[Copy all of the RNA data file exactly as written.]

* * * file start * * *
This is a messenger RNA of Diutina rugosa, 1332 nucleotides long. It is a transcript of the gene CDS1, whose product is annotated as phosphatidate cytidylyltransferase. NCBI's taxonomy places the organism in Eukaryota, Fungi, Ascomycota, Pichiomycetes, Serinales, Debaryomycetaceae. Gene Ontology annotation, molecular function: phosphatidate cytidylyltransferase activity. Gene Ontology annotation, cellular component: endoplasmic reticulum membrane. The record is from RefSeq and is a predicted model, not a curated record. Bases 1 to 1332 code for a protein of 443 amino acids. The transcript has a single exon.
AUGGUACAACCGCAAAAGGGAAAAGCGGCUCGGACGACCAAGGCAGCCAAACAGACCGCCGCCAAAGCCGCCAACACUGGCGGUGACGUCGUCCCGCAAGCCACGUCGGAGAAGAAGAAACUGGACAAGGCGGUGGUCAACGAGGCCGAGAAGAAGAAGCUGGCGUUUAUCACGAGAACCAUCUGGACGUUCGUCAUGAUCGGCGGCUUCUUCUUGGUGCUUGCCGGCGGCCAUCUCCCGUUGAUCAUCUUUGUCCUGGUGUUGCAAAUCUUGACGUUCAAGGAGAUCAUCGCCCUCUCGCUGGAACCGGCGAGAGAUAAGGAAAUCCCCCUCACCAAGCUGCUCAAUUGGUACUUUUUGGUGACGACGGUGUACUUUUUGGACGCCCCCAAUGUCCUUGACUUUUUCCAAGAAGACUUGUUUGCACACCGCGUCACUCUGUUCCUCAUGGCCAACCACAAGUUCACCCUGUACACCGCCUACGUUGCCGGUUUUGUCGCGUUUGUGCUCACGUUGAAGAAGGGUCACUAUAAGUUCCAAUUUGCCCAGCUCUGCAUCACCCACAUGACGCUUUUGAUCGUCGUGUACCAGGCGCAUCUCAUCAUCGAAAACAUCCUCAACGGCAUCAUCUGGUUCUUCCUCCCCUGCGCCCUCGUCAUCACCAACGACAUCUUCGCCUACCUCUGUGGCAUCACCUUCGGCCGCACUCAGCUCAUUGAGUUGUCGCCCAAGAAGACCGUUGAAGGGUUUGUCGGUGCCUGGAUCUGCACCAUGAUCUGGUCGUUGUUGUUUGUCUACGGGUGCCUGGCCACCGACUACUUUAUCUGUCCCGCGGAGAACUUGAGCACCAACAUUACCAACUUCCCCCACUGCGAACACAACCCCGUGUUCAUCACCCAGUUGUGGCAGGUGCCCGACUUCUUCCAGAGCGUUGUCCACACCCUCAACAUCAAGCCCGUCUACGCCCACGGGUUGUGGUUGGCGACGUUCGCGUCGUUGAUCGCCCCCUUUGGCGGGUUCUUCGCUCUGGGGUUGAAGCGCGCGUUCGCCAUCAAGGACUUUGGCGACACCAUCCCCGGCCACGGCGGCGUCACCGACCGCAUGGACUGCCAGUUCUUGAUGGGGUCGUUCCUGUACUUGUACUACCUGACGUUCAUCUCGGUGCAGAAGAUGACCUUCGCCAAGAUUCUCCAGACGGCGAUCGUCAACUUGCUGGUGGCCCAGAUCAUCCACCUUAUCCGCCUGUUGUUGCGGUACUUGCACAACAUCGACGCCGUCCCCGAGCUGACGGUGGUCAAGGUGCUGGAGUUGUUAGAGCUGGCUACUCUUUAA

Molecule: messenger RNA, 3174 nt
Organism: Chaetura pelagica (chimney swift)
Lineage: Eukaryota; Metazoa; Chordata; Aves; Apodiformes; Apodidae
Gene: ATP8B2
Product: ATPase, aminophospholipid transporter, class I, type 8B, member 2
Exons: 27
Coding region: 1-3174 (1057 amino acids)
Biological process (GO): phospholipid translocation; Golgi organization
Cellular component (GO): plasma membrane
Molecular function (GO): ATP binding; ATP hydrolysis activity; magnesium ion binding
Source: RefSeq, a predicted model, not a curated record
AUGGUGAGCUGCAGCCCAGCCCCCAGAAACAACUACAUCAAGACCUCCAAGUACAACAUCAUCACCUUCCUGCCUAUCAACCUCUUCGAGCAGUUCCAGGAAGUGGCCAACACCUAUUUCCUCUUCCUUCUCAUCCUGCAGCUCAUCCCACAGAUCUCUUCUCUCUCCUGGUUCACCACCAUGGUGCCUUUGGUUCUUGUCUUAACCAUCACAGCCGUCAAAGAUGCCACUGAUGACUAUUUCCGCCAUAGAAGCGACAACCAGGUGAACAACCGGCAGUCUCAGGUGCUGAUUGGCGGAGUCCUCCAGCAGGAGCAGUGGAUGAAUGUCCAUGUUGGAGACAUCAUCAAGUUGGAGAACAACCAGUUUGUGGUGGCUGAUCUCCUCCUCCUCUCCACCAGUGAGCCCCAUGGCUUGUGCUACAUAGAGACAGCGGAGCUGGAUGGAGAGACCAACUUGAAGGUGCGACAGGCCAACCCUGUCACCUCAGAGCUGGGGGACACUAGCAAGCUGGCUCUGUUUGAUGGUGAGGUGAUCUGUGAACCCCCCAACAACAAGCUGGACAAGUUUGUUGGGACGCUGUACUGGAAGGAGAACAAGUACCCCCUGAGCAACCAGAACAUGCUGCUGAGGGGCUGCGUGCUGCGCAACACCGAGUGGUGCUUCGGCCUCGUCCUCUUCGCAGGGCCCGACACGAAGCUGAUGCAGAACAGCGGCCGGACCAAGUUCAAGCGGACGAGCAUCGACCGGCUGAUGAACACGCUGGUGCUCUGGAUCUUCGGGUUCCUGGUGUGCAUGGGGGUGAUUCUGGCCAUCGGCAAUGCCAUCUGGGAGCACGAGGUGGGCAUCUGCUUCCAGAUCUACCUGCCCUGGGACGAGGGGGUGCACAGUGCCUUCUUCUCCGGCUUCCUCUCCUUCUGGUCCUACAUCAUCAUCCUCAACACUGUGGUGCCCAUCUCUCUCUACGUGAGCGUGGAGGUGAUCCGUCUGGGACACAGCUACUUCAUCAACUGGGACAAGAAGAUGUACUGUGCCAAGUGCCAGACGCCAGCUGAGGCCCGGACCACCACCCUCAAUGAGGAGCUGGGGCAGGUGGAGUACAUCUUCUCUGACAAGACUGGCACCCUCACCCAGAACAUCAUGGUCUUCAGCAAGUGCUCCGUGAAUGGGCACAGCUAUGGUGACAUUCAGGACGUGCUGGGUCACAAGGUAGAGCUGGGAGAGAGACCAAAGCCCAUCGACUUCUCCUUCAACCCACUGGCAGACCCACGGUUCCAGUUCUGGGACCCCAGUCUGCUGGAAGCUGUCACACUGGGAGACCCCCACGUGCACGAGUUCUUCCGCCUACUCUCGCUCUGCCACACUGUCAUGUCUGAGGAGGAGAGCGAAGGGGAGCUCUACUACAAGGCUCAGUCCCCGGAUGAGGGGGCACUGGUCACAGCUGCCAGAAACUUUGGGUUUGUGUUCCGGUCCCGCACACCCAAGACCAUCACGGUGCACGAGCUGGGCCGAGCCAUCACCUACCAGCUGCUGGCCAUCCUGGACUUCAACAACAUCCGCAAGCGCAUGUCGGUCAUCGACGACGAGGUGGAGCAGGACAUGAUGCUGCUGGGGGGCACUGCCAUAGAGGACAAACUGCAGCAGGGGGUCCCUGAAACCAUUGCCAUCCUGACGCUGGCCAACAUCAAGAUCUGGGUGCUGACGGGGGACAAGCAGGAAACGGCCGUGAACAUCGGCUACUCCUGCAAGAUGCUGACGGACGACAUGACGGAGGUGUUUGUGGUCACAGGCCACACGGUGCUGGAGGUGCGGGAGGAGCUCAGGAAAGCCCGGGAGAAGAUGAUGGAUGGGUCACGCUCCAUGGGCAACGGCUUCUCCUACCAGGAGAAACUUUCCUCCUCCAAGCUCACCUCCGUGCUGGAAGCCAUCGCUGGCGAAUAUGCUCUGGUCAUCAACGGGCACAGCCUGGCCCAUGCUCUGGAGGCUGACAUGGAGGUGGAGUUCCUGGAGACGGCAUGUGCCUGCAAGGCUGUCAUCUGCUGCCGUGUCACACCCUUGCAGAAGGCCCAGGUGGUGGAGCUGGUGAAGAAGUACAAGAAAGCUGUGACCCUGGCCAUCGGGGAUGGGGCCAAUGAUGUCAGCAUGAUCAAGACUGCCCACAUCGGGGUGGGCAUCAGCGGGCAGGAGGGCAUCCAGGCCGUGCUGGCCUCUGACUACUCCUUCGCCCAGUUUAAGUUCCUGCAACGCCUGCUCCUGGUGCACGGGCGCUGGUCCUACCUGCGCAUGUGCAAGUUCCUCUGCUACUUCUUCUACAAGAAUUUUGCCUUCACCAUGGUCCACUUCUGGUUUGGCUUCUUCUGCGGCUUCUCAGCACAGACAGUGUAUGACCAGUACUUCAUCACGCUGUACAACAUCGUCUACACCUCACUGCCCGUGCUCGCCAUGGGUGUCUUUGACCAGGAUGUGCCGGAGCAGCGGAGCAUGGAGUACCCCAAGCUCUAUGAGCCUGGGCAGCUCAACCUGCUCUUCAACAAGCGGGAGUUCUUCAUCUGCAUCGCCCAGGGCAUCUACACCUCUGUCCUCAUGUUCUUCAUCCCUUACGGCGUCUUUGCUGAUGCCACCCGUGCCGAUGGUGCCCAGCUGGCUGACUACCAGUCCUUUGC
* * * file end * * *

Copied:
This is a messenger RNA of Diutina rugosa, 1332 nucleotides long. It is a transcript of the gene CDS1, whose product is annotated as phosphatidate cytidylyltransferase. NCBI's taxonomy places the organism in Eukaryota, Fungi, Ascomycota, Pichiomycetes, Serinales, Debaryomycetaceae. Gene Ontology annotation, molecular function: phosphatidate cytidylyltransferase activity. Gene Ontology annotation, cellular component: endoplasmic reticulum membrane. The record is from RefSeq and is a predicted model, not a curated record. Bases 1 to 1332 code for a protein of 443 amino acids. The transcript has a single exon.
AUGGUACAACCGCAAAAGGGAAAAGCGGCUCGGACGACCAAGGCAGCCAAACAGACCGCCGCCAAAGCCGCCAACACUGGCGGUGACGUCGUCCCGCAAGCCACGUCGGAGAAGAAGAAACUGGACAAGGCGGUGGUCAACGAGGCCGAGAAGAAGAAGCUGGCGUUUAUCACGAGAACCAUCUGGACGUUCGUCAUGAUCGGCGGCUUCUUCUUGGUGCUUGCCGGCGGCCAUCUCCCGUUGAUCAUCUUUGUCCUGGUGUUGCAAAUCUUGACGUUCAAGGAGAUCAUCGCCCUCUCGCUGGAACCGGCGAGAGAUAAGGAAAUCCCCCUCACCAAGCUGCUCAAUUGGUACUUUUUGGUGACGACGGUGUACUUUUUGGACGCCCCCAAUGUCCUUGACUUUUUCCAAGAAGACUUGUUUGCACACCGCGUCACUCUGUUCCUCAUGGCCAACCACAAGUUCACCCUGUACACCGCCUACGUUGCCGGUUUUGUCGCGUUUGUGCUCACGUUGAAGAAGGGUCACUAUAAGUUCCAAUUUGCCCAGCUCUGCAUCACCCACAUGACGCUUUUGAUCGUCGUGUACCAGGCGCAUCUCAUCAUCGAAAACAUCCUCAACGGCAUCAUCUGGUUCUUCCUCCCCUGCGCCCUCGUCAUCACCAACGACAUCUUCGCCUACCUCUGUGGCAUCACCUUCGGCCGCACUCAGCUCAUUGAGUUGUCGCCCAAGAAGACCGUUGAAGGGUUUGUCGGUGCCUGGAUCUGCACCAUGAUCUGGUCGUUGUUGUUUGUCUACGGGUGCCUGGCCACCGACUACUUUAUCUGUCCCGCGGAGAACUUGAGCACCAACAUUACCAACUUCCCCCACUGCGAACACAACCCCGUGUUCAUCACCCAGUUGUGGCAGGUGCCCGACUUCUUCCAGAGCGUUGUCCACACCCUCAACAUCAAGCCCGUCUACGCCCACGGGUUGUGGUUGGCGACGUUCGCGUCGUUGAUCGCCCCCUUUGGCGGGUUCUUCGCUCUGGGGUUGAAGCGCGCGUUCGCCAUCAAGGACUUUGGCGACACCAUCCCCGGCCACGGCGGCGUCACCGACCGCAUGGACUGCCAGUUCUUGAUGGGGUCGUUCCUGUACUUGUACUACCUGACGUUCAUCUCGGUGCAGAAGAUGACCUUCGCCAAGAUUCUCCAGACGGCGAUCGUCAACUUGCUGGUGGCCCAGAUCAUCCACCUUAUCCGCCUGUUGUUGCGGUACUUGCACAACAUCGACGCCGUCCCCGAGCUGACGGUGGUCAAGGUGCUGGAGUUGUUAGAGCUGGCUACUCUUUAA

Molecule: messenger RNA, 3174 nt
Organism: Chaetura pelagica (chimney swift)
Lineage: Eukaryota; Metazoa; Chordata; Aves; Apodiformes; Apodidae
Gene: ATP8B2
Product: ATPase, aminophospholipid transporter, class I, type 8B, member 2
Exons: 27
Coding region: 1-3174 (1057 amino acids)
Biological process (GO): phospholipid translocation; Golgi organization
Cellular component (GO): plasma membrane
Molecular function (GO): ATP binding; ATP hydrolysis activity; magnesium ion binding
Source: RefSeq, a predicted model, not a curated record
AUGGUGAGCUGCAGCCCAGCCCCCAGAAACAACUACAUCAAGACCUCCAAGUACAACAUCAUCACCUUCCUGCCUAUCAACCUCUUCGAGCAGUUCCAGGAAGUGGCCAACACCUAUUUCCUCUUCCUUCUCAUCCUGCAGCUCAUCCCACAGAUCUCUUCUCUCUCCUGGUUCACCACCAUGGUGCCUUUGGUUCUUGUCUUAACCAUCACAGCCGUCAAAGAUGCCACUGAUGACUAUUUCCGCCAUAGAAGCGACAACCAGGUGAACAACCGGCAGUCUCAGGUGCUGAUUGGCGGAGUCCUCCAGCAGGAGCAGUGGAUGAAUGUCCAUGUUGGAGACAUCAUCAAGUUGGAGAACAACCAGUUUGUGGUGGCUGAUCUCCUCCUCCUCUCCACCAGUGAGCCCCAUGGCUUGUGCUACAUAGAGACAGCGGAGCUGGAUGGAGAGACCAACUUGAAGGUGCGACAGGCCAACCCUGUCACCUCAGAGCUGGGGGACACUAGCAAGCUGGCUCUGUUUGAUGGUGAGGUGAUCUGUGAACCCCCCAACAACAAGCUGGACAAGUUUGUUGGGACGCUGUACUGGAAGGAGAACAAGUACCCCCUGAGCAACCAGAACAUGCUGCUGAGGGGCUGCGUGCUGCGCAACACCGAGUGGUGCUUCGGCCUCGUCCUCUUCGCAGGGCCCGACACGAAGCUGAUGCAGAACAGCGGCCGGACCAAGUUCAAGCGGACGAGCAUCGACCGGCUGAUGAACACGCUGGUGCUCUGGAUCUUCGGGUUCCUGGUGUGCAUGGGGGUGAUUCUGGCCAUCGGCAAUGCCAUCUGGGAGCACGAGGUGGGCAUCUGCUUCCAGAUCUACCUGCCCUGGGACGAGGGGGUGCACAGUGCCUUCUUCUCCGGCUUCCUCUCCUUCUGGUCCUACAUCAUCAUCCUCAACACUGUGGUGCCCAUCUCUCUCUACGUGAGCGUGGAGGUGAUCCGUCUGGGACACAGCUACUUCAUCAACUGGGACAAGAAGAUGUACUGUGCCAAGUGCCAGACGCCAGCUGAGGCCCGGACCACCACCCUCAAUGAGGAGCUGGGGCAGGUGGAGUACAUCUUCUCUGACAAGACUGGCACCCUCACCCAGAACAUCAUGGUCUUCAGCAAGUGCUCCGUGAAUGGGCACAGCUAUGGUGACAUUCAGGACGUGCUGGGUCACAAGGUAGAGCUGGGAGAGAGACCAAAGCCCAUCGACUUCUCCUUCAACCCACUGGCAGACCCACGGUUCCAGUUCUGGGACCCCAGUCUGCUGGAAGCUGUCACACUGGGAGACCCCCACGUGCACGAGUUCUUCCGCCUACUCUCGCUCUGCCACACUGUCAUGUCUGAGGAGGAGAGCGAAGGGGAGCUCUACUACAAGGCUCAGUCCCCGGAUGAGGGGGCACUGGUCACAGCUGCCAGAAACUUUGGGUUUGUGUUCCGGUCCCGCACACCCAAGACCAUCACGGUGCACGAGCUGGGCCGAGCCAUCACCUACCAGCUGCUGGCCAUCCUGGACUUCAACAACAUCCGCAAGCGCAUGUCGGUCAUCGACGACGAGGUGGAGCAGGACAUGAUGCUGCUGGGGGGCACUGCCAUAGAGGACAAACUGCAGCAGGGGGUCCCUGAAACCAUUGCCAUCCUGACGCUGGCCAACAUCAAGAUCUGGGUGCUGACGGGGGACAAGCAGGAAACGGCCGUGAACAUCGGCUACUCCUGCAAGAUGCUGACGGACGACAUGACGGAGGUGUUUGUGGUCACAGGCCACACGGUGCUGGAGGUGCGGGAGGAGCUCAGGAAAGCCCGGGAGAAGAUGAUGGAUGGGUCACGCUCCAUGGGCAACGGCUUCUCCUACCAGGAGAAACUUUCCUCCUCCAAGCUCACCUCCGUGCUGGAAGCCAUCGCUGGCGAAUAUGCUCUGGUCAUCAACGGGCACAGCCUGGCCCAUGCUCUGGAGGCUGACAUGGAGGUGGAGUUCCUGGAGACGGCAUGUGCCUGCAAGGCUGUCAUCUGCUGCCGUGUCACACCCUUGCAGAAGGCCCAGGUGGUGGAGCUGGUGAAGAAGUACAAGAAAGCUGUGACCCUGGCCAUCGGGGAUGGGGCCAAUGAUGUCAGCAUGAUCAAGACUGCCCACAUCGGGGUGGGCAUCAGCGGGCAGGAGGGCAUCCAGGCCGUGCUGGCCUCUGACUACUCCUUCGCCCAGUUUAAGUUCCUGCAACGCCUGCUCCUGGUGCACGGGCGCUGGUCCUACCUGCGCAUGUGCAAGUUCCUCUGCUACUUCUUCUACAAGAAUUUUGCCUUCACCAUGGUCCACUUCUGGUUUGGCUUCUUCUGCGGCUUCUCAGCACAGACAGUGUAUGACCAGUACUUCAUCACGCUGUACAACAUCGUCUACACCUCACUGCCCGUGCUCGCCAUGGGUGUCUUUGACCAGGAUGUGCCGGAGCAGCGGAGCAUGGAGUACCCCAAGCUCUAUGAGCCUGGGCAGCUCAACCUGCUCUUCAACAAGCGGGAGUUCUUCAUCUGCAUCGCCCAGGGCAUCUACACCUCUGUCCUCAUGUUCUUCAUCCCUUACGGCGUCUUUGCUGAUGCCACCCGUGCCGAUGGUGCCCAGCUGGCUGACUACCAGUCCUUUGC